The Department of Defense invests billions of dollars annually to develop weapon systems, such as stealth jets, satellites, and submarines. For 20 years, we’ve reviewed DOD’s major weapon programs—measuring how effective these efforts are and looking for any efficiencies that could save taxpayer dollars.
In our recent assessments, we’ve reported that DOD is increasingly focused on developing weapon systems more quickly to keep pace with evolving threats, including those posed by China and Russia. However, our findings over the last two decades remain fairly consistent: DOD continues to take longer and spends more money than planned to develop its weapon systems.
Today’s WatchBlog post looks at our latest assessment and a key theme that impacts DOD’s ability to deliver weapon systems on time.
A key to success
Since our first review of DOD’s major weapon systems in 2003, knowledge has been a key theme that we’ve seen affect weapon system development.
Cost overruns and schedule delays were less likely when program leaders had the right knowledge about a weapon system’s technology, design, and production. For example, programs can complete a business case—documentation that assesses a program’s potential costs, benefits, and risks. This knowledge enables program leaders to make better decisions about whether to invest increasing amounts of money as the weapon system progresses through development.
The right knowledge at the right time is important for all program types
We’ve found that—no matter the program type—the right knowledge at the right time can help all programs increase the likelihood of meeting their cost and schedule goals.
The department typically develops its major defense acquisition programs over more than a decade, sometimes at the cost of billions of dollars.
Many programs we recently reviewed did not attain the right knowledge and regularly encountered delays. One of these programs—the Ship to Shore Connector Amphibious Craft (a landing craft)—experienced a delay due, in part, to technical issues with critical components and an underestimation of costs. We found that the program hadn’t taken certain steps, such as testing prototypes at key points that could have helped identify problems sooner. Overall, the program now plans to deliver the crafts more than two years later than its original estimate.
Not all programs take decades to develop. For example, DOD created an acquisition pathway for programs to aim to deliver capability within 5 years. Having the right information at program start can help decision makers determine whether delivering capability within 5 years is an achievable goal, although the information might not need to be as formal as for other programs.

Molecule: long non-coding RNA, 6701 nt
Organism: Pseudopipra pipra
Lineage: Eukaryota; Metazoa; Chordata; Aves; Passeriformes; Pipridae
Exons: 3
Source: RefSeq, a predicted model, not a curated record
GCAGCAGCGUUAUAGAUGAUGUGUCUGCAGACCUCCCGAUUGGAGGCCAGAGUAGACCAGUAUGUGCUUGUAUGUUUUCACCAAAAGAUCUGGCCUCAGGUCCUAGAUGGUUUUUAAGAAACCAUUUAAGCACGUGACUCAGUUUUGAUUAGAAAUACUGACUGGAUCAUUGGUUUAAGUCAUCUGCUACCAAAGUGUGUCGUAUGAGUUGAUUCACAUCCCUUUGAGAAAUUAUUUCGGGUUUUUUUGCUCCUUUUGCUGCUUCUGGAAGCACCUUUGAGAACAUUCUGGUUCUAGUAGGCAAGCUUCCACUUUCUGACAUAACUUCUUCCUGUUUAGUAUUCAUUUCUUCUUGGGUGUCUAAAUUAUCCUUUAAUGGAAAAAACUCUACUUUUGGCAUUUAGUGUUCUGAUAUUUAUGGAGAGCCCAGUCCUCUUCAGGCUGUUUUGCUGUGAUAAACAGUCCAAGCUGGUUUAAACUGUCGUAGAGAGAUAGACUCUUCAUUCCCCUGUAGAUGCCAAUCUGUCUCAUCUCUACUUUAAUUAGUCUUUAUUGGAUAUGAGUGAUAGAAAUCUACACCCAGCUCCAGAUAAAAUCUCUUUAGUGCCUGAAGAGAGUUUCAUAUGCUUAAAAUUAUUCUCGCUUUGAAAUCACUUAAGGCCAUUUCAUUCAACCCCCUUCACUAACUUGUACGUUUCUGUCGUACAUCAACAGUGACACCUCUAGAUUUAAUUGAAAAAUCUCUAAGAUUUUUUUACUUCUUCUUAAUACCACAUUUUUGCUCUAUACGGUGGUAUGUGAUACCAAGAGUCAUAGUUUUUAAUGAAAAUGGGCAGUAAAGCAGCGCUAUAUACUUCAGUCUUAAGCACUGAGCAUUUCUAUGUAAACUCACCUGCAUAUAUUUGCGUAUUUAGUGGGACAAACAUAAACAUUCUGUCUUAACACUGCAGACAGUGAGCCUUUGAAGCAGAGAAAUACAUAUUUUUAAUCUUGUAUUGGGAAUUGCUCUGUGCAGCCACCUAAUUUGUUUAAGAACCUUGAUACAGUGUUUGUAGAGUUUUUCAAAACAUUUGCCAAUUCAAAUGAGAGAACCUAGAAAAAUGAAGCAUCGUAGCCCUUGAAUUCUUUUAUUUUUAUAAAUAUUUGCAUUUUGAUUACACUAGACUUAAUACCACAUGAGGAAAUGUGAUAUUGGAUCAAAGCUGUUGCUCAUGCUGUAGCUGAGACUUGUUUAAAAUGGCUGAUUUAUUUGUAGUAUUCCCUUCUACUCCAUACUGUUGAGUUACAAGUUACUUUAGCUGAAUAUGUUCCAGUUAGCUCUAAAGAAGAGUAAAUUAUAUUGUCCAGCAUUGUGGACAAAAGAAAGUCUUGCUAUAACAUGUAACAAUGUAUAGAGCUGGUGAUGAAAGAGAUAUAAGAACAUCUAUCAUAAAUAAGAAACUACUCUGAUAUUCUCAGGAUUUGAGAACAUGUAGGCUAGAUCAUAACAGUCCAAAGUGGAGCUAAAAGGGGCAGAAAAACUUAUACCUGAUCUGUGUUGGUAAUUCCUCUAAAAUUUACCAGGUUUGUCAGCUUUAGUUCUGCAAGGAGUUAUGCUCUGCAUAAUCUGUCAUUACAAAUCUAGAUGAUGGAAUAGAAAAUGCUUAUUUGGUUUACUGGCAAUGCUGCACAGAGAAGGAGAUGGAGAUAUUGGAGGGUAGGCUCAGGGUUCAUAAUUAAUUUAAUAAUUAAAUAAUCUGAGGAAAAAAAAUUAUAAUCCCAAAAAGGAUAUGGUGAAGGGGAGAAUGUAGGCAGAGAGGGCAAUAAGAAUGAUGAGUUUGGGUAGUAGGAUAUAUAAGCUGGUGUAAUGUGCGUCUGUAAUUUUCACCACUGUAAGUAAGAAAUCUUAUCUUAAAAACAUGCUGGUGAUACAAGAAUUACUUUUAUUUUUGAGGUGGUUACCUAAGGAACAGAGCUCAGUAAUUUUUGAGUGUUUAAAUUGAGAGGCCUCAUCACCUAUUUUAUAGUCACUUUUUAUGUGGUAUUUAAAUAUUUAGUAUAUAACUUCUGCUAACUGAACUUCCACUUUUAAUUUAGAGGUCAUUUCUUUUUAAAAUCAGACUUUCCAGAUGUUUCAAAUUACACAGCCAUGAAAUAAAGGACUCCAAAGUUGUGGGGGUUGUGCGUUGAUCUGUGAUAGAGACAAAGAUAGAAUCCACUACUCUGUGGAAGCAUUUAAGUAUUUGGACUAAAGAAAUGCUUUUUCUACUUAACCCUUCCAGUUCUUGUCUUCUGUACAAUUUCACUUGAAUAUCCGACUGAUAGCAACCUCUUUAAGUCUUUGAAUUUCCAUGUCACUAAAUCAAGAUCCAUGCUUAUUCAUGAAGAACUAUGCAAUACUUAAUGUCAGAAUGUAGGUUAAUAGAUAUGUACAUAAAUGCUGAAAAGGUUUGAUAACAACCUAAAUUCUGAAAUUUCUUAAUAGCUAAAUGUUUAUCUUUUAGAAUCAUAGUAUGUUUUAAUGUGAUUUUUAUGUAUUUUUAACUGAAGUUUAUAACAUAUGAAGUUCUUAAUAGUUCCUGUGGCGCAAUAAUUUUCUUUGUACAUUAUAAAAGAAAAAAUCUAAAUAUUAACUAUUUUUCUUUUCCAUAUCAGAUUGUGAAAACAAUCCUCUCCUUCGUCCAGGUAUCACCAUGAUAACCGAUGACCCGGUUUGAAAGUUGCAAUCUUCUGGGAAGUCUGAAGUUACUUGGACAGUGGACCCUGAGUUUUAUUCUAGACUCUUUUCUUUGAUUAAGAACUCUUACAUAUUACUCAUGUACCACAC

For example, the Army’s Mobile Protected Firepower program—started in 2018 and billed as the next generation of infantry combat vehicles—completed prototype capability within 5 years. We found that this program benefited from completing analyses of its schedule and technology risks, among other key documents, before it started.
In contrast, the Air Force’s Air-launched Rapid Response Weapon program (a hypersonic missile program that aimed to delivery early capability in about 4 years) did not develop an acquisition strategy or assess technical and schedule risks before initiation. The program had an aggressive schedule, further strained by test failures. As a result, the planned program completion date has been delayed nearly a year.
With DOD’s planned investment in these weapon systems over $1.79 trillion in fiscal year 2021, programs attaining the right knowledge at the right time is more important than ever if they are to remain on schedule and within budget.
We’ve made a number of recommendations that would help DOD plan and identify the knowledge it needs to help reduce cost overruns and delays. Learn more about our work on DOD’s weapon systems acquisition by checking out our latest annual report on weapons acquisitions and our High Risk Area page focused on better managing the department’s development and delivery of weapon systems.
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